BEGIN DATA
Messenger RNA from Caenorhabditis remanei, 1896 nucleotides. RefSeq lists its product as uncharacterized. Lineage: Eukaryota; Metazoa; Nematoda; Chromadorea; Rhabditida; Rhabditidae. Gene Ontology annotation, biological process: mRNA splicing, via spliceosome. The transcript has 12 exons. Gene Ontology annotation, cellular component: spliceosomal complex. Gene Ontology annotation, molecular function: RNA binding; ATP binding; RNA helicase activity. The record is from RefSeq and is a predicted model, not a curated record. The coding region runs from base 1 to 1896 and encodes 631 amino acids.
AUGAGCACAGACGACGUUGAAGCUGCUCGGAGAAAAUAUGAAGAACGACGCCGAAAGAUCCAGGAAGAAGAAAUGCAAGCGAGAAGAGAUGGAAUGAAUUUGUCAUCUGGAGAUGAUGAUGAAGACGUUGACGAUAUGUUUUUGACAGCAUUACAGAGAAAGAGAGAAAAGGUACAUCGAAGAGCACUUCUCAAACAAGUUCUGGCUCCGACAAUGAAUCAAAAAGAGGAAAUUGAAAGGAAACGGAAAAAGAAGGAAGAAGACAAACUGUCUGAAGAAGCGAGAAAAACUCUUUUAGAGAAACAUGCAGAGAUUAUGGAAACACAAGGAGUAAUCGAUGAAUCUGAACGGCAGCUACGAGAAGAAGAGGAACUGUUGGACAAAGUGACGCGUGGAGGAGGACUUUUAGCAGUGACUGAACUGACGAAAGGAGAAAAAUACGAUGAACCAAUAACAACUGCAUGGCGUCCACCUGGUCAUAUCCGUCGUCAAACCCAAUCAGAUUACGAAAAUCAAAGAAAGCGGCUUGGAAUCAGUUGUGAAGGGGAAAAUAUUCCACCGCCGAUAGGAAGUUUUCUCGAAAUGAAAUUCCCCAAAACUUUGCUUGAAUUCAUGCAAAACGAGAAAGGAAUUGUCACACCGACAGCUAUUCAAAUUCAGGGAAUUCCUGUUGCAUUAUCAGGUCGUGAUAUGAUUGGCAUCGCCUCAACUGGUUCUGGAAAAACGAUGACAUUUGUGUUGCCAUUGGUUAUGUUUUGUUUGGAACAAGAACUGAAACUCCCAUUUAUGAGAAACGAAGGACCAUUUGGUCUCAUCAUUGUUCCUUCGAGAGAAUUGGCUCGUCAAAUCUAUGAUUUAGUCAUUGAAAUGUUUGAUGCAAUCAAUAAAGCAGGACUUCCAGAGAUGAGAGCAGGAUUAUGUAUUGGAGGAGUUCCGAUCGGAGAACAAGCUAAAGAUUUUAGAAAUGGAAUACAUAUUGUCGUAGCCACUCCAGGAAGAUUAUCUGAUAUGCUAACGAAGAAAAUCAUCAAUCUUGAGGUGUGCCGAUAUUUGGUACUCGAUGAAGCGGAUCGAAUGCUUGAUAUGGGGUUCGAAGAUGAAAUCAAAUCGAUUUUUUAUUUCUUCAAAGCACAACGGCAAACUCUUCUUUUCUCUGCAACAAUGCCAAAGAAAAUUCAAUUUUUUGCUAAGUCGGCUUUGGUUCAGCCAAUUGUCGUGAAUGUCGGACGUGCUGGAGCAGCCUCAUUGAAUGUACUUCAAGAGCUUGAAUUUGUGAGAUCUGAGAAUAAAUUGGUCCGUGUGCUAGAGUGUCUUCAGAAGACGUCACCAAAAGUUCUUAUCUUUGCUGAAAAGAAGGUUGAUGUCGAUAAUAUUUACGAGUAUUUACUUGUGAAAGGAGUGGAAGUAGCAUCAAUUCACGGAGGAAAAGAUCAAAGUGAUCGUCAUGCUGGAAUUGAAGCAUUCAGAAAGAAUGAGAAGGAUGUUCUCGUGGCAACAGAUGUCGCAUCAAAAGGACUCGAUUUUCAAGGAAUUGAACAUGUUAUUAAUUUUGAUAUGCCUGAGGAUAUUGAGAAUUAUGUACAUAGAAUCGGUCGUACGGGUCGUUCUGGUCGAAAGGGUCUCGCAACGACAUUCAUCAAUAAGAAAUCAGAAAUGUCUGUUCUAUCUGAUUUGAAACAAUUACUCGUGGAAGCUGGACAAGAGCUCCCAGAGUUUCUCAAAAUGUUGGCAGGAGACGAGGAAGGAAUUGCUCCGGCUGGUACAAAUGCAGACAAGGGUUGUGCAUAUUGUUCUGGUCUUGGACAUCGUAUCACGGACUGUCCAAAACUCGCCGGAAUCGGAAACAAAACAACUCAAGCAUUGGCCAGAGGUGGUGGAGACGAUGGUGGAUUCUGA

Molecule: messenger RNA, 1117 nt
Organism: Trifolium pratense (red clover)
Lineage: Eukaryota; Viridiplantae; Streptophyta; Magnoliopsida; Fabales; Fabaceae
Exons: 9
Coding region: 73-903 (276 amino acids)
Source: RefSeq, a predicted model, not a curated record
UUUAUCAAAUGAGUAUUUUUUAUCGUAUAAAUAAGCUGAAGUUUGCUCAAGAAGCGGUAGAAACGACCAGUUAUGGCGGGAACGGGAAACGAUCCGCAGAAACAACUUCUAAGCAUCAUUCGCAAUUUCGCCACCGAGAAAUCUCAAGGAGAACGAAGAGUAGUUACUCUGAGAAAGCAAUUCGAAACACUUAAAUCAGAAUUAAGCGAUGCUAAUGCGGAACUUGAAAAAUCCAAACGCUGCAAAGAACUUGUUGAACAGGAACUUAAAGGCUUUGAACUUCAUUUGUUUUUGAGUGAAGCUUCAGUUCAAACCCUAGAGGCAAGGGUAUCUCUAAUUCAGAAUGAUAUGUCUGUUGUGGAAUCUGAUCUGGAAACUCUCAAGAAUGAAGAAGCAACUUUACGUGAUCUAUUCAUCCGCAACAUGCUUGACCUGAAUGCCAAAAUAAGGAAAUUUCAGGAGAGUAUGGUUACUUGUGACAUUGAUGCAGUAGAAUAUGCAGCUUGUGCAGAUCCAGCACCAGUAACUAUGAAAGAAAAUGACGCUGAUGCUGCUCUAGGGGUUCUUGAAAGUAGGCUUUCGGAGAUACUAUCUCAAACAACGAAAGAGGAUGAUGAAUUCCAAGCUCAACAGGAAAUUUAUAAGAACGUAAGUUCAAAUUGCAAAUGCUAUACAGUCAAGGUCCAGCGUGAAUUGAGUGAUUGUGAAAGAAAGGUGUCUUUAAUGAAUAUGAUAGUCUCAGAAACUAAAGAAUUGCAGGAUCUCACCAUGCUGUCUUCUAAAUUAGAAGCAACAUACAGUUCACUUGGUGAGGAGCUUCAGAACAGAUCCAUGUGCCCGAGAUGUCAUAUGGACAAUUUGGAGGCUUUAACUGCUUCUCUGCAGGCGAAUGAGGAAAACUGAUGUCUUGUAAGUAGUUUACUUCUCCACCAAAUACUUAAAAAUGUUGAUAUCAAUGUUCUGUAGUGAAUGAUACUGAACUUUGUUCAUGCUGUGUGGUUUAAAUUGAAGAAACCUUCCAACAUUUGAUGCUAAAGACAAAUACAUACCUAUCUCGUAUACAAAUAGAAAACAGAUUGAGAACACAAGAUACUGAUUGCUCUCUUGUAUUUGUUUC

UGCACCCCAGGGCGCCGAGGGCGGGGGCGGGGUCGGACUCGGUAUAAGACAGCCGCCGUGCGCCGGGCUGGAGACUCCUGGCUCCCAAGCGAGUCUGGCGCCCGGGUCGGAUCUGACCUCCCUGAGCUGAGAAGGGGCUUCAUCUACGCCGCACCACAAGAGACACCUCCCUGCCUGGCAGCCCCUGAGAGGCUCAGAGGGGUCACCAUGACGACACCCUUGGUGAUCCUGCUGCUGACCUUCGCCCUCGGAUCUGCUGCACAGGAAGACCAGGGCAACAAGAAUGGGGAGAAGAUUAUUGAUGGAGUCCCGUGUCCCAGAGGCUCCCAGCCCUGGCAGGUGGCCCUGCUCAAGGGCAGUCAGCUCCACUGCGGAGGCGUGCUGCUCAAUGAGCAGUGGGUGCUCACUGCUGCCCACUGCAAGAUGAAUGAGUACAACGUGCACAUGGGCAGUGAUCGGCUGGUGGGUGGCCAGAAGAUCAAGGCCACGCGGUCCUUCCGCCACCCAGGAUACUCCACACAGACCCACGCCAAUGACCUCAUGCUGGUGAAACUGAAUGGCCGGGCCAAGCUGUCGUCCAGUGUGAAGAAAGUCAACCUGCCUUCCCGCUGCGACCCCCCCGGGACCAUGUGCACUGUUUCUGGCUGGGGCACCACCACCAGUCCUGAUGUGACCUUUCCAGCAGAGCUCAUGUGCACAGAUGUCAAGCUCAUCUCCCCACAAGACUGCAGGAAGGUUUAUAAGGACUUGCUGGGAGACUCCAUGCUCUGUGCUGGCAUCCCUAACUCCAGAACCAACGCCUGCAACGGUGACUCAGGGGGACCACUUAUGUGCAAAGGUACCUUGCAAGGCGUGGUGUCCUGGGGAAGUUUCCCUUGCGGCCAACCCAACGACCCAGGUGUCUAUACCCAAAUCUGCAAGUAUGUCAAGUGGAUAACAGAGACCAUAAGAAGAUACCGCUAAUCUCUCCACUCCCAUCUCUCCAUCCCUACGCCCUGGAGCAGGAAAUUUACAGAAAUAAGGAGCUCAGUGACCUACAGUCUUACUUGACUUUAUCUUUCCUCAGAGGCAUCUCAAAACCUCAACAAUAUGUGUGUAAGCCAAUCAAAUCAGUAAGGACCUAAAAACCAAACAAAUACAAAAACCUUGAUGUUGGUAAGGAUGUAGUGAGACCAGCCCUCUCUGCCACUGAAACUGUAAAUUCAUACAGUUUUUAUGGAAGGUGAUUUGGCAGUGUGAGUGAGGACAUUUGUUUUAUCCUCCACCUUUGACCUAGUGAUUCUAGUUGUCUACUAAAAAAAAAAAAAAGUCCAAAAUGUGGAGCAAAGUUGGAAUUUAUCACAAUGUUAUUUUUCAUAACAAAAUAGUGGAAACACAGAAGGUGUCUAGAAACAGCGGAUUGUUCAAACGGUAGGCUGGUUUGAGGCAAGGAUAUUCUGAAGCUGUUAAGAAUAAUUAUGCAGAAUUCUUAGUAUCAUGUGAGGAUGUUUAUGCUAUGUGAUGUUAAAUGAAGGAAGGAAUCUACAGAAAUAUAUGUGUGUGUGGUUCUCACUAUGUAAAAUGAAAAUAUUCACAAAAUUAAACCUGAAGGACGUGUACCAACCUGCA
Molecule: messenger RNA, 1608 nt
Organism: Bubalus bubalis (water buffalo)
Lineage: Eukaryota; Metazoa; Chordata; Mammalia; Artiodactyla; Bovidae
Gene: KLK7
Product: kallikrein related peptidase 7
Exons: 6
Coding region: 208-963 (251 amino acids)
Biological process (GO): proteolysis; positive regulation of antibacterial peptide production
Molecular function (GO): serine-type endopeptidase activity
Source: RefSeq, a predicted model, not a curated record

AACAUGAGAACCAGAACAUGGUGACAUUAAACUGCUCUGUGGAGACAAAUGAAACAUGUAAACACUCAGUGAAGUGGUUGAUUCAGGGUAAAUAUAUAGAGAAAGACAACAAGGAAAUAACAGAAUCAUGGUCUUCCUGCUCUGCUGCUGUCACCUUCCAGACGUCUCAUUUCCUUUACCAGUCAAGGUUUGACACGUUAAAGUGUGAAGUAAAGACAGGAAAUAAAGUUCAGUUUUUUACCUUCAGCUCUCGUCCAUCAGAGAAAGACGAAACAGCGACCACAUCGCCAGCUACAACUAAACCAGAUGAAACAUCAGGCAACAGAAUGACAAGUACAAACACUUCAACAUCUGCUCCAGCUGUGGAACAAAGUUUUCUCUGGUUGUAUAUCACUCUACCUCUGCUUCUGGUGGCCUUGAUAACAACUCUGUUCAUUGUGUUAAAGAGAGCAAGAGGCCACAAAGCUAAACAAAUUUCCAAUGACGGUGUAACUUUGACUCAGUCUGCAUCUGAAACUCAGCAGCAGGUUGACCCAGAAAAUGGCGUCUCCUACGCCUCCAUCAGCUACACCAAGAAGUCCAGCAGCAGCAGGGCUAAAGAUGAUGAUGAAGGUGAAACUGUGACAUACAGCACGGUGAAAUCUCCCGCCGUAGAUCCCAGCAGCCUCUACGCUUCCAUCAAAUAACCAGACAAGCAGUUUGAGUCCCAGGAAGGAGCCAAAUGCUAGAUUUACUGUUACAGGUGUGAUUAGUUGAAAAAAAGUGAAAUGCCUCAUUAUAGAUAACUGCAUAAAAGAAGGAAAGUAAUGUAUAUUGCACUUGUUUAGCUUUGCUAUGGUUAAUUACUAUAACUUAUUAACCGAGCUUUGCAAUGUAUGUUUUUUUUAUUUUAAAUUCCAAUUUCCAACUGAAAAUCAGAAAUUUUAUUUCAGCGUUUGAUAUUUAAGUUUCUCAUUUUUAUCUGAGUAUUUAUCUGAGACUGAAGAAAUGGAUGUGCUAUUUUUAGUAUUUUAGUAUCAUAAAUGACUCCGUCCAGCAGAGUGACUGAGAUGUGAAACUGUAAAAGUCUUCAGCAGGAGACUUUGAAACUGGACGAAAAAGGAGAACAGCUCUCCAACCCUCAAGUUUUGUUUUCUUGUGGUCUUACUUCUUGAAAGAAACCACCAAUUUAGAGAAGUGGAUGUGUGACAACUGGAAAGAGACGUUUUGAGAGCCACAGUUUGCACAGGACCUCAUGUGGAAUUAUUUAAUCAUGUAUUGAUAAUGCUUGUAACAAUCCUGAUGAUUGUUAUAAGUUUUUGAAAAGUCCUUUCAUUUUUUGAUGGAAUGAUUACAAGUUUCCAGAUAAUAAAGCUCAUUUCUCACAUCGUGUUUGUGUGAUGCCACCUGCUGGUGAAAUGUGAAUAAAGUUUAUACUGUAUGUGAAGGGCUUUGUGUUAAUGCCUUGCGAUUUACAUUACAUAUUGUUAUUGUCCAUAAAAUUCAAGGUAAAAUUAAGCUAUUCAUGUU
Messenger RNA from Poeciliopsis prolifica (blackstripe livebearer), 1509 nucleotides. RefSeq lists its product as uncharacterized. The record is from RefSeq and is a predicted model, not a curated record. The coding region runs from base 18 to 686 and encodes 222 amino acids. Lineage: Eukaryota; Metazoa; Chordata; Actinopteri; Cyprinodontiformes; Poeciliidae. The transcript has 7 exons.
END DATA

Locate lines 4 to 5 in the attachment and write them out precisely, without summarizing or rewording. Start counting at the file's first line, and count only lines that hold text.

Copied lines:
Organism: Trifolium pratense (red clover)
Lineage: Eukaryota; Viridiplantae; Streptophyta; Magnoliopsida; Fabales; Fabaceae